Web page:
Ask any single woman if she's waiting for a prince on a white horse to come and rescue her, and she'll laugh in your face.
But the truth is that millions of single women--and single men too--are indeed waiting for someone to sweep in and save them from their dreary, unsatisying life.
It's a fairy tale we've been fed since we were children. The brave rescuer is held up as an ideal, and on some level, we all look for an outsider to do what we think we can't do ourselves.
Most single people consider themselves independent and assertive, yet when it comes to taking action where we should, too often we fall back on fairy tale expectations. We think we're so "special" that it's just a matter of time until somebody discovers that and is thrilled to make our life perfect.
Where fairy tale and reality collide
Dr. Nathaniel Branden, in his landmark book, The Six Pillars of Self-Esteem, says he knows a patient has turned the corner in therapy when he or she realizes, "No one is coming to rescue me. Nothing is going to happen in my life unless I do something."
The elaborateness of some weddings is proof that many single women still haven't given up on the myth of being rescued. The groom is arrayed in almost royal splendor, and the bride looks like a princess, attended by her maids-in-waiting. Everyone's decked out in clothes that would seem absurd anywhere except a ballroom.
Eventually the dream ends, however, in unpaid bills and dirty diapers. Reality can be a shock to your system.
Statistics show that millions of men and women will never marry. Is it because, to their dying day, they hold out hope that someone will rescue them, or is it because they never turned the corner to rescue themselves?
Overcoming the fear of rejection
Nobody enjoys being rejected. It can be a stinging, humiliating experience--if we let it. But somewhere along the way, a single person has to weigh that fear against the possible reward of being accepted.
Every time I think about rejection, I'm reminded of my cousin Tim, who asked 27 girls to his high school prom before one accepted. His desire to go to the prom was much stronger than his fear of rejection. Today Tim is very happily married and has two great children. He rescued himself.
You might argue that the 27 girls he asked had to wait to be "rescued" for the prom, but what prevented them from doing the asking? Fear of rejection.
The good things in life go to people who overcome their fear of rejection. Few authors get published on their first submission. Few people get the first job they apply for. Few people marry the first person they ask out on a date.
Cultivate an emotional callus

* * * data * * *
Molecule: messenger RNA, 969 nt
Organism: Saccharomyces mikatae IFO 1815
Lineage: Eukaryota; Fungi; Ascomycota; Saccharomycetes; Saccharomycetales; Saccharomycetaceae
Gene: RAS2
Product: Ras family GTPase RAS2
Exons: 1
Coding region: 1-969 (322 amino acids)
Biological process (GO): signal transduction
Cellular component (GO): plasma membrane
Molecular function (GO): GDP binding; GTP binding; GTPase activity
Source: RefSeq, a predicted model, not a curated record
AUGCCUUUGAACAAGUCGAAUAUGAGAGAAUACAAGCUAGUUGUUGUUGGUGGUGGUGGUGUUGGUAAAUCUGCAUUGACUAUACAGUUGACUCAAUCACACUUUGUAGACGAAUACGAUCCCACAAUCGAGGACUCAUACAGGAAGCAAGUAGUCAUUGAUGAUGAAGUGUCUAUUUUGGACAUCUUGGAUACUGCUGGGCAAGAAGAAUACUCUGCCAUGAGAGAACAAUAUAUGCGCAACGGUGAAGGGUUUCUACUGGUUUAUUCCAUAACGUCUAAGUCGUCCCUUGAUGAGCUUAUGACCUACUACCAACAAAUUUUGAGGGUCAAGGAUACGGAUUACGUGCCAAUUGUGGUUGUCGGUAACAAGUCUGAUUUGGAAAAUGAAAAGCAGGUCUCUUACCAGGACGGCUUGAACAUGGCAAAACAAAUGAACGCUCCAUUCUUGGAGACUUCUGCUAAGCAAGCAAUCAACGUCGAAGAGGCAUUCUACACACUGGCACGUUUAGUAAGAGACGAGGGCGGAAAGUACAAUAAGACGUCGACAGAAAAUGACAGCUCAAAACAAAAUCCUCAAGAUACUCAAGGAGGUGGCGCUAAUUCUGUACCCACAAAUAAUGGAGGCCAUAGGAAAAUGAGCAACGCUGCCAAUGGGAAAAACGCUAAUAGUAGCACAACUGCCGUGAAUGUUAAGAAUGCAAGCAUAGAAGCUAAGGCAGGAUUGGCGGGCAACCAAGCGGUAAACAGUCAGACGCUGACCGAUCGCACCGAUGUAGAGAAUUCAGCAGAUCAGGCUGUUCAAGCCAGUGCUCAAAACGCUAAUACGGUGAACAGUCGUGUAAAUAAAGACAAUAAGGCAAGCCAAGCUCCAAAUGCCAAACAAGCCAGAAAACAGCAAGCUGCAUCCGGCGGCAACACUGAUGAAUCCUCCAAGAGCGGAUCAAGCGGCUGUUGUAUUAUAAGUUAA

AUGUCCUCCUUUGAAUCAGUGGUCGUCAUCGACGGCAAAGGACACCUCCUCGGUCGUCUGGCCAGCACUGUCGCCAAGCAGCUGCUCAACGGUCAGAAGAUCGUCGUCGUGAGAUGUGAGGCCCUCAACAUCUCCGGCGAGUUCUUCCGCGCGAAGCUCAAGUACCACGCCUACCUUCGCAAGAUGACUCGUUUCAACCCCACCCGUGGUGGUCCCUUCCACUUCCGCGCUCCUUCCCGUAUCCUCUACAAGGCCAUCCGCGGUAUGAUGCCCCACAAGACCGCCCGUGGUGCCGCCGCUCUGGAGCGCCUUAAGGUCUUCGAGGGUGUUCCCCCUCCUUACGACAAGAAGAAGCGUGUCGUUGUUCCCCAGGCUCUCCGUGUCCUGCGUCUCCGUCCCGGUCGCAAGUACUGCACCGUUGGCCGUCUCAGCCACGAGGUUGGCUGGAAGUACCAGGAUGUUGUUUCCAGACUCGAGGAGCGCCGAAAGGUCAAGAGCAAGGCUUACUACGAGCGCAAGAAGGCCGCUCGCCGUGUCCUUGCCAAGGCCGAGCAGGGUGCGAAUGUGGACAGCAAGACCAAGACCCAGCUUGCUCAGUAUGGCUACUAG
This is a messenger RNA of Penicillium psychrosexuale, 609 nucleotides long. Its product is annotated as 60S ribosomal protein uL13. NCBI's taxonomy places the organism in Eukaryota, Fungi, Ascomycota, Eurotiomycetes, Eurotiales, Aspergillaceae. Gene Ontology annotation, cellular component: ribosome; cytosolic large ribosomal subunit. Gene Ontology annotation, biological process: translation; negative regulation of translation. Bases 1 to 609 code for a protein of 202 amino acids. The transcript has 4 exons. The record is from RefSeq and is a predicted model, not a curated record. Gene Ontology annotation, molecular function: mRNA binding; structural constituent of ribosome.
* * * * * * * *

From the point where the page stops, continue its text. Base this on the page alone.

People who play stringed instruments develop calluses on the tips of their fingers, called caps. You can't play a stringed instrument for any length of time without them. At first, the fingers are very sore, but once formed, calluses act as protection, until there's no pain at all from pressing down on the metal strings.
Single people need to cultivate an emotional callus. Rejection hurts at first, but you soon discover it isn't fatal. In fact, the more determined you are, the sooner you're ready to try again. Each rejection hurts a little less, until after a while, they hardly hurt at all.
We give too much attention to our "sensitivity." It may simply be an excuse for not trying, as if it were a separate entity that's beyond our control. However, we'll never acquire the callus we need unless we're willing to endure some pain in the process. If we don't catastrophize when someone says "No", we're not so afraid of trying again.
Extend your comfort zone by degrees
Rescuing yourself is something you can do in stages. You can begin with small, inconsequential risks, learning that failure isn't fatal. You'll also discover that the pain is largely self-created. If you're determined not to let it bother you, it won't. We're always more concerned about what other people will think about us if we fail, so if you decide not to let their opinion upset you, you'll find yourself more courageous.
The more we demand the status quo and the absence of pain, the less we grow in life. Single people who get what they want without any adversity are extremely rare. Change, especially for the better, demands that you step outside of your comfort zone.
Once you understand that no rescuer is coming, you have two choices. You can do nothing, watching the calendar pages relentlessly turning every month, or you can try to rescue yourself--and keep trying until something good happens.
Which choice sounds wiser to you?
Jack Zavada's new ebook, Single & Sure, not only shows single people how to rescue themselves, but how to become a happier, more confident person in the process.